Former police officer sent to prison for child sex offence
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A 24-year-old former police officer has been sent to prison after he pleaded guilty to a child sex offence.
PC Luke Christopher Horner, a former officer with Thames Valley Police (TVP), based in Amersham, appeared at Northampton Crown Court on August 3 to plead guilty to one count of engaging in penetrative sexual activity with a child aged 13-15.
The plea related to an incident on June 11 this year when Horner drove over an hour from his home in Aylesbury in order to meet a 13-year-old girl in Rushden who he would later go on to seriously sexually assault by engaging in penetrative sexual activity, some of which he recorded video footage of on the victim’s phone.
He was arrested a short time later following an investigation by Northamptonshire Police and immediately suspended from duty by TVP.
After pleading guilty to the offence at the hearing in August, Horner returned to the same court today (October 6) where he was sentenced to six years and four months in prison.
During sentencing, the court heard from a relative of the young girl who said in her victim personal statement: “How can I sleep at night knowing what he did? How can he? How did he go into work, put on his uniform and face his colleagues knowing he had broken the law? I feel sick to my stomach every time I think about it.”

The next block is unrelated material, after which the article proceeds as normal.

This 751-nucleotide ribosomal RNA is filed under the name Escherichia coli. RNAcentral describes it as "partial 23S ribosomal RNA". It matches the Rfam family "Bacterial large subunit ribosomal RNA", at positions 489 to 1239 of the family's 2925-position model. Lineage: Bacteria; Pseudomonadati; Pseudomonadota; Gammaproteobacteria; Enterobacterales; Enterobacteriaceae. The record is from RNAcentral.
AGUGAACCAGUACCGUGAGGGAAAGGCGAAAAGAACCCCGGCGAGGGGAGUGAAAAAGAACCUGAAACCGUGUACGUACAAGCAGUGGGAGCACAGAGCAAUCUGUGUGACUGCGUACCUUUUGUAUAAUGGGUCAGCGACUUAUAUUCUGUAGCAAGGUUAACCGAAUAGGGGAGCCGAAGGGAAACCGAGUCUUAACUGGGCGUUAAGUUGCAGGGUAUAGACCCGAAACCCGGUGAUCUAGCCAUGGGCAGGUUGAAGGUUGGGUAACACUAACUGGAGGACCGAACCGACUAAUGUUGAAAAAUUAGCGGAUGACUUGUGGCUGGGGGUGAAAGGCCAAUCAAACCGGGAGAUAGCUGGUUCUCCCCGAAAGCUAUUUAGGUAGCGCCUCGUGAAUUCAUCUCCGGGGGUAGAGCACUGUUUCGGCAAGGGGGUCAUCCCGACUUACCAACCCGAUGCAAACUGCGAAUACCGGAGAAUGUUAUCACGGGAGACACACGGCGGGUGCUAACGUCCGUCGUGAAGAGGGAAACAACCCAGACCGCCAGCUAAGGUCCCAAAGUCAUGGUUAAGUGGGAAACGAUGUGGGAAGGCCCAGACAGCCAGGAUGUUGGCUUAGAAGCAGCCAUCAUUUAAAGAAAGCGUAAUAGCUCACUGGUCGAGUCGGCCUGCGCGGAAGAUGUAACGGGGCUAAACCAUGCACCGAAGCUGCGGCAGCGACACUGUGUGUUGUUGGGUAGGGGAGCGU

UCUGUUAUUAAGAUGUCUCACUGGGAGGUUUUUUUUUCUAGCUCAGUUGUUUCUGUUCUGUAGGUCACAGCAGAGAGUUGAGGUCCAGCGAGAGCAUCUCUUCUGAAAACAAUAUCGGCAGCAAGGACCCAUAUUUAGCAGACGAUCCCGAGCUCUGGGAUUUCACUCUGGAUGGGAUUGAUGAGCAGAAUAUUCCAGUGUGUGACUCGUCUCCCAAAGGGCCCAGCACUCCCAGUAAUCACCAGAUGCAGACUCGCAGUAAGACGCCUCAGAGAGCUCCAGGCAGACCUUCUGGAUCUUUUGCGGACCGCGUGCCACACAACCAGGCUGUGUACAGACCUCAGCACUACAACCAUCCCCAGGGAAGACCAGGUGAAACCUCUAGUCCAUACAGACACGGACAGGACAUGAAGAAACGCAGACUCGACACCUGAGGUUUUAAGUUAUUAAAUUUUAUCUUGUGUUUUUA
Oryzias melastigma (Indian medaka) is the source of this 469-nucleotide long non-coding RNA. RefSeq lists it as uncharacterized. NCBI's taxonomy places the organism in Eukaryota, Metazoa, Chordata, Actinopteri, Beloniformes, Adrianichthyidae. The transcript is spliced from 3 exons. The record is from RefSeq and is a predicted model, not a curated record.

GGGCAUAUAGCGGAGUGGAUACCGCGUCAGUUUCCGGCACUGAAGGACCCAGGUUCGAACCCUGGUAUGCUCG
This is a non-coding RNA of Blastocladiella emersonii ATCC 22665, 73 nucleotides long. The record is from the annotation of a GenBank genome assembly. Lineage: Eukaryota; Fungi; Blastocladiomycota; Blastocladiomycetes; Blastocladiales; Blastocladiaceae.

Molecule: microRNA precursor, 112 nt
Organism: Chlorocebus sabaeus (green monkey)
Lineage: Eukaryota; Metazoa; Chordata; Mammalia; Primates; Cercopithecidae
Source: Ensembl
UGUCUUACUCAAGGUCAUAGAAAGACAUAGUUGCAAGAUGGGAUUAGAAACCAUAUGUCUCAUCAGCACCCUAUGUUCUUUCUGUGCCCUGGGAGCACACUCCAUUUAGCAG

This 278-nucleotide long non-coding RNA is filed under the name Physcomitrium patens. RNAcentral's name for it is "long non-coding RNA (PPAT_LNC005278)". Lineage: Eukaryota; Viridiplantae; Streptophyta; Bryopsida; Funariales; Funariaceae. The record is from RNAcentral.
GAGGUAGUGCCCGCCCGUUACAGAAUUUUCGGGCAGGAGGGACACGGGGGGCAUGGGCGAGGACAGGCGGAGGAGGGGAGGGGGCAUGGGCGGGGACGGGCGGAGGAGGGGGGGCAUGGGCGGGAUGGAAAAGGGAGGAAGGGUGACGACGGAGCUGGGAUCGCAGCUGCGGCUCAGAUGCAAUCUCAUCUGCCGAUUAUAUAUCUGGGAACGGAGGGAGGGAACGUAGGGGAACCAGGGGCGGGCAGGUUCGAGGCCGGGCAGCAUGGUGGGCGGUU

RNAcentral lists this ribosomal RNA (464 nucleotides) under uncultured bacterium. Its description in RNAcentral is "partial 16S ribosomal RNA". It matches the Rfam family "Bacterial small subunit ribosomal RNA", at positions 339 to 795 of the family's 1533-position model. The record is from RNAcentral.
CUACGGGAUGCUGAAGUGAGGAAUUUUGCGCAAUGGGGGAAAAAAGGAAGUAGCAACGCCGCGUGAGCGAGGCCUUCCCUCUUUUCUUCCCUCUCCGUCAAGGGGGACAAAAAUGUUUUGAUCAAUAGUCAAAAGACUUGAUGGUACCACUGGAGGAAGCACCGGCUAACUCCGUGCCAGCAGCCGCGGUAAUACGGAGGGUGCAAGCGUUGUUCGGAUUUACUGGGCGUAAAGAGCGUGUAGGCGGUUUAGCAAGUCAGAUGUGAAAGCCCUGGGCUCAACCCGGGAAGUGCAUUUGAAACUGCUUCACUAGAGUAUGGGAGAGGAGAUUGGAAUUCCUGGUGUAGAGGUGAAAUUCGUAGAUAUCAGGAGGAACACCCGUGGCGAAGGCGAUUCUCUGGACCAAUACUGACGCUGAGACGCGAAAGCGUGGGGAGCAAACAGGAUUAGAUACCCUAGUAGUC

Lead Investigator - Detective Sergeant Sarah Osborne from Northamptonshire Police said: “No sentence can make up for what Luke Horner has done but I hope the conclusion of this case, and the fact that he is now going to spend time in prison, provides some small comfort to the family of this young girl.
“I want to commend them for the trust they put in us to investigate this crime and for their support throughout – neither of which we have ever taken for granted.
“As the relative of this young girl said in her victim impact statement – how could Luke Horner go into work and put on that uniform, all the while knowing what he had done?
“His behaviour and his actions go against everything we stand for within policing and it is people like him that we continue to work relentlessly to expose and to remove for good.
"I hope this case demonstrates just how seriously we take the protection of children in this county and that it doesn’t matter who you are if you commit an offence, we will do everything we can to put you where you where you belong – behind bars.”
Head of Child Safeguarding for Northamptonshire Police - Detective Chief Inspector Jen Castle said: “We are so pleased to have secured justice for the child in this case.
“Horner’s conviction and sentencing also demonstrates a positive outcome for policing.
“Police officers and staff who think they can break the law have no place in our profession. Upholding the law and maintaining professionalism are our top priorities.”
Horner resigned from Thames Valley Police on July 26, 2023.
Thames Valley Police made an immediate referral to the Independent Office for Police Conduct (IOPC), which decided that the matter should be subject to a local investigation by the force.
An Accelerated Misconduct Meeting took place on 4 September 2023, where it was found that Horner’s behaviour amounted to gross misconduct.
Former PC Horner would have been dismissed if he were still serving and he is to be placed on the Barred List, meaning he is prevented from re-entering the police service.